Notice how my thought (that came automatically after the event) produced a feeling which influenced my behavior. The keyword here is notice. Being aware of your thoughts is the foundation to creating a better relationship with them. I would like to encourage you over the next week to begin noticing what comes to mind immediately after an event occurs.  Can you identify themes? What feelings were produced from your thoughts? In what ways did you respond to the thoughts and feelings you were experiencing? 

Some helpful tips as you blaze a new mental trail

As you begin practicing this new awareness of thought, I encourage you to keep in mind what psychiatrist Aaron Beck and David Burns call “cognitive distortions,” also known as “thinking errors”1 (p. 56). Having awareness of these errors is not meant to pull you into the deep forest of shame, but rather to serve as a light illuminating the campgrounds to which our thoughts may be residing and putting language to experience. In the list below from Gillihan1, notice if you experience the following cognitive distortions/thinking errors:

  • Black and White Thinking: seeing things in extremes; all or nothing 
  • Shoulding: thinking the way we want things to be is the way they ought to be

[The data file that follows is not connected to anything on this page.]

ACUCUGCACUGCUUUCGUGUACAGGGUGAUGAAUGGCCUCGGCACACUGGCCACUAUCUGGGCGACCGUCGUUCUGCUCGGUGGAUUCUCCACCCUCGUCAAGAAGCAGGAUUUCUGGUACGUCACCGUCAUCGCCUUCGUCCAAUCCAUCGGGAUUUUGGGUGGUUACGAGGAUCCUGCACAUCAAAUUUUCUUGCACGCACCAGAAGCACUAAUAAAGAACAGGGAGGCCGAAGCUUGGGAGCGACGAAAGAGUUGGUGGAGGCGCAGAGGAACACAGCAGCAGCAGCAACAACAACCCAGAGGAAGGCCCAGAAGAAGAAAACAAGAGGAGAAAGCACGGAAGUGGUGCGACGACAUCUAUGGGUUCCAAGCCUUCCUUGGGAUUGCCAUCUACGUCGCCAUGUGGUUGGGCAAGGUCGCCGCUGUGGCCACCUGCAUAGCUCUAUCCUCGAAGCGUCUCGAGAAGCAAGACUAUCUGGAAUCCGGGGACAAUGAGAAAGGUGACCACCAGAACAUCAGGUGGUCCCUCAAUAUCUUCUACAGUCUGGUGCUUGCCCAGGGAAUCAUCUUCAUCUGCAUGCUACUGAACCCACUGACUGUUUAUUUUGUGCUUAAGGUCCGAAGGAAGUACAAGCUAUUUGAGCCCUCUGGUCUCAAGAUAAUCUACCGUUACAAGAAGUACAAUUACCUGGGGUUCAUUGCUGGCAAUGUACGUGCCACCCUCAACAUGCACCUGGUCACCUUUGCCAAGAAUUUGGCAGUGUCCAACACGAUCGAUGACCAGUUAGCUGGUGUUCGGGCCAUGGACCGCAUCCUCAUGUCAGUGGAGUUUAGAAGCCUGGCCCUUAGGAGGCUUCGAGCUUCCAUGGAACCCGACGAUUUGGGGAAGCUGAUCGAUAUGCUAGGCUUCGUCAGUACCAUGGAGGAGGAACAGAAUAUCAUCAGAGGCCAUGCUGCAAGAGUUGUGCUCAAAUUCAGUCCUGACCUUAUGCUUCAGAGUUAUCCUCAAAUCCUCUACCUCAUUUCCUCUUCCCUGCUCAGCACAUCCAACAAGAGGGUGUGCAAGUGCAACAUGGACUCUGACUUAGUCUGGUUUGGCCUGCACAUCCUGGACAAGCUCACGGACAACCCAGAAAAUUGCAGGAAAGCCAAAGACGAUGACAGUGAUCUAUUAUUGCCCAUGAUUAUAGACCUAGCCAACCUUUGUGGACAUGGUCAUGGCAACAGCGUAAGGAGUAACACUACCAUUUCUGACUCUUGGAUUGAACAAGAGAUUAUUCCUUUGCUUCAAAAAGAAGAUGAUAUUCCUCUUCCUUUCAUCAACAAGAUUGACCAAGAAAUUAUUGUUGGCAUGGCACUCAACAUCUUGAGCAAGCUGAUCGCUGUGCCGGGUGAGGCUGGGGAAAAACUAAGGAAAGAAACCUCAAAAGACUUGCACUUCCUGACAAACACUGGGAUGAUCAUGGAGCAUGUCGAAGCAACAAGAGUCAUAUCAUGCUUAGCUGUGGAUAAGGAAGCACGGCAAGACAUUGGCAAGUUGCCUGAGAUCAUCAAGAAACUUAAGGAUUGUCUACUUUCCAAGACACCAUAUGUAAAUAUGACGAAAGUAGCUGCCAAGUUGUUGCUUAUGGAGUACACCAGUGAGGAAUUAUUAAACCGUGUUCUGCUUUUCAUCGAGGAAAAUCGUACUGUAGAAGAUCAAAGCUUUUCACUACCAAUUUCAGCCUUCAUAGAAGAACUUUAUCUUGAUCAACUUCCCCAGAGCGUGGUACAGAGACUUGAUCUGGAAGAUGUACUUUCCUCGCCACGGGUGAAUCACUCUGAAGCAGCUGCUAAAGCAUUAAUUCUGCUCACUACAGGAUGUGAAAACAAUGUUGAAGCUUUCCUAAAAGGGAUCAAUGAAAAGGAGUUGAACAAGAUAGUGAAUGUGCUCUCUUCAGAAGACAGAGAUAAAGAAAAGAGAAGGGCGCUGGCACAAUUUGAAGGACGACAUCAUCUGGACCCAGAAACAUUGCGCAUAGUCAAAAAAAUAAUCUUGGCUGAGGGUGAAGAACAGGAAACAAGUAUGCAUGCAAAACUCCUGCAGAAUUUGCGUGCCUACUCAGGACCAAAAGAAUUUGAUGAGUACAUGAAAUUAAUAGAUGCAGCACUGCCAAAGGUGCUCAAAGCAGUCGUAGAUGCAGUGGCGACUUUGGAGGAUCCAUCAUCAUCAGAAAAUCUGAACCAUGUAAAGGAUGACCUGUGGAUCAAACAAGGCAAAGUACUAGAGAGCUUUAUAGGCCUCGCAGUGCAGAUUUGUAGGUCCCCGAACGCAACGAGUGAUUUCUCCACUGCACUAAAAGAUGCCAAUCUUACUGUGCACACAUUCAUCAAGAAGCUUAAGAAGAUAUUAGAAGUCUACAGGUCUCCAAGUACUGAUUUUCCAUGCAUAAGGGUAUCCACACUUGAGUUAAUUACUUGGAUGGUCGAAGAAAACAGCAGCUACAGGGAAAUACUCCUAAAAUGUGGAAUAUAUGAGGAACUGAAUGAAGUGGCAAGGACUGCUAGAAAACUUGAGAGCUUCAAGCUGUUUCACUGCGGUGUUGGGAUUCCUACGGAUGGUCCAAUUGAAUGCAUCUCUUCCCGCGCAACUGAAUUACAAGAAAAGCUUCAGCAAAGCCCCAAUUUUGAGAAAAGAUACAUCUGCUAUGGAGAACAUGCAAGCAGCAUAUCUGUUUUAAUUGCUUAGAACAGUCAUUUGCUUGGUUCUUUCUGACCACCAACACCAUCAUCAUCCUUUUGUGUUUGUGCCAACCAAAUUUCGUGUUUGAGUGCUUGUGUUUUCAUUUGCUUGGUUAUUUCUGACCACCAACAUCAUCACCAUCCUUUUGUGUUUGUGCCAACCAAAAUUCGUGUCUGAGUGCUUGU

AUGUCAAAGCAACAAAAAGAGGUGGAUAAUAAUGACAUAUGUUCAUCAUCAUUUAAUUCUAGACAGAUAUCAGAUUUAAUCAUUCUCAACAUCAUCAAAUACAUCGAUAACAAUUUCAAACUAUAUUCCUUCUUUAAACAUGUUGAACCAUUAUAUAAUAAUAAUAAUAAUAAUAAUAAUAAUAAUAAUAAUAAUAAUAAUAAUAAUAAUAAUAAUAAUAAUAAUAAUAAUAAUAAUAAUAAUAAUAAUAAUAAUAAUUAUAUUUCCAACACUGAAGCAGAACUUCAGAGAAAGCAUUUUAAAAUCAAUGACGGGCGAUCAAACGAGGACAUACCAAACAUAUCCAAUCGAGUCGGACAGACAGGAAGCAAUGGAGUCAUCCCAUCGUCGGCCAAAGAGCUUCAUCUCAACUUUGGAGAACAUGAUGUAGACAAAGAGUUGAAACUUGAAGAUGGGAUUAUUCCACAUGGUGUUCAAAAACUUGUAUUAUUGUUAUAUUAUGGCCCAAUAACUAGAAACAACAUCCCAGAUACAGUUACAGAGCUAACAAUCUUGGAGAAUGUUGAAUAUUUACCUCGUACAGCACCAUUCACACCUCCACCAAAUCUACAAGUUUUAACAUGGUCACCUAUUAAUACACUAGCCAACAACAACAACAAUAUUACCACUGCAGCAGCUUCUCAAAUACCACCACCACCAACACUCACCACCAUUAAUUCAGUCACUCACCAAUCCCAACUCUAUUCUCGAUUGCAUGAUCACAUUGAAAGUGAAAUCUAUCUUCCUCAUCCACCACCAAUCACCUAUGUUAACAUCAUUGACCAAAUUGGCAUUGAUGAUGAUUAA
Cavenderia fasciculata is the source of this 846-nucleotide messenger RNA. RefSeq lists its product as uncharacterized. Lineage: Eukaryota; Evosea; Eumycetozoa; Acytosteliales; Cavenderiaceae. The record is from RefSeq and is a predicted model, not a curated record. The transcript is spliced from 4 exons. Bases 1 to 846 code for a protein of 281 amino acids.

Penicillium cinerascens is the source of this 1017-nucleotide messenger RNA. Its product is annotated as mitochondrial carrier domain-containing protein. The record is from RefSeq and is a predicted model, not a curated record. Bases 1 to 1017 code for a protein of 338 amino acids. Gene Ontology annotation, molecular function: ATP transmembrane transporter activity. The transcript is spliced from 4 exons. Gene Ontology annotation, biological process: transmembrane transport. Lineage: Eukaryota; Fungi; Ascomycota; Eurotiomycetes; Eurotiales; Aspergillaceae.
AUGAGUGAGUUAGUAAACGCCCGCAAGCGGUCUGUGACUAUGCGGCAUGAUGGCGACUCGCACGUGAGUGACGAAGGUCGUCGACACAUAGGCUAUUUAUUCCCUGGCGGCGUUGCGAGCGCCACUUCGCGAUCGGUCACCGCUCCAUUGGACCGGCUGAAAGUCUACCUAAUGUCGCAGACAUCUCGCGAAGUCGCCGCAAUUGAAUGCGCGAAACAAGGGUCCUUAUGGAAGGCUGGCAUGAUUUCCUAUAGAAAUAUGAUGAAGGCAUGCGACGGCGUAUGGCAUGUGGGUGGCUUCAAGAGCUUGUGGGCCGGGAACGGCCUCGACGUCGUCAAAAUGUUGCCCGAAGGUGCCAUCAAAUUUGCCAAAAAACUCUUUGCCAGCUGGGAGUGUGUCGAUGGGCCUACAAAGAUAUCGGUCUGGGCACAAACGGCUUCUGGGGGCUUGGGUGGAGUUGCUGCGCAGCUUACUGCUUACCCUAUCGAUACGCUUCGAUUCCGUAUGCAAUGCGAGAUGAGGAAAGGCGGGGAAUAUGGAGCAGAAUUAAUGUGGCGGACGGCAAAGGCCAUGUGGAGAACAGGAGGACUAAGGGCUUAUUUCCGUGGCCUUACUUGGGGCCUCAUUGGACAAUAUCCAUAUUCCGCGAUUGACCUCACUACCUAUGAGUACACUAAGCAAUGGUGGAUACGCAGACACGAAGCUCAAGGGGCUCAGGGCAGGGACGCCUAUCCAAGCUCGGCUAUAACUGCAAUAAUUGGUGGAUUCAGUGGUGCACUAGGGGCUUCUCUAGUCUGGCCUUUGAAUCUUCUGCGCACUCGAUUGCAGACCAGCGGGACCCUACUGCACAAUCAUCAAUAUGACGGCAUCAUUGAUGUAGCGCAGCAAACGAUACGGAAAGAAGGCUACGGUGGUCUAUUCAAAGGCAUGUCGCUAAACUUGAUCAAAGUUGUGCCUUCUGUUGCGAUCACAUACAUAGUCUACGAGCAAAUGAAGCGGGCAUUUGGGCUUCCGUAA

• Overgeneralization: believing that one instance applies to every situation
  • Catastrophizing: thinking a situation is much worse than it is
  • Discounting the positive: minimizing evidence that contradicts one’s negative automatic thoughts
  • Emotional reasoning: assuming our feelings convey useful information
  • Fortune telling: making predictions based on scant information
  • Mind reading: assuming we know what someone else is thinking
  • Personalization: thinking events that have nothing to do with us are actually about us
  • Entitlement: expecting to reach a certain outcome based on our actions or position
  • Outsourcing happiness: giving outside factors the final say regarding our emotions
  • False sense of helplessness: believing we have less power than we actually do
  • False sense of responsibility: believing we have more power than we actually do 


So let me link arms with you for a moment and share with you that there is so much grace for you in this process. May you be kind to yourself as you begin to notice your thoughts while your awareness of thinking errors grows. Creating a new neural pathway takes time, and it is hard work, but it’s never too late to become a pioneer of change. You can forge new pathways in your brain to find peace, freedom, and rest from mental rigidity. This week, try to set footprints onto new thinking territory.  Take this journey for yourself. It’s worth it!


  1. Gillihan, S. J. (2018). Cognitive Behavioral Therapy Made Simple: 10 Strategies For Managing Anxiety, Depression, Anger, Panic, And Worry. Althea Press.
  1. Telford, O. (2020). Cognitive Behavioral Therapy: Simple Techniques to Instantly Overcome Depression, Relieve Anxiety, and Rewire Your Brain. Independently published.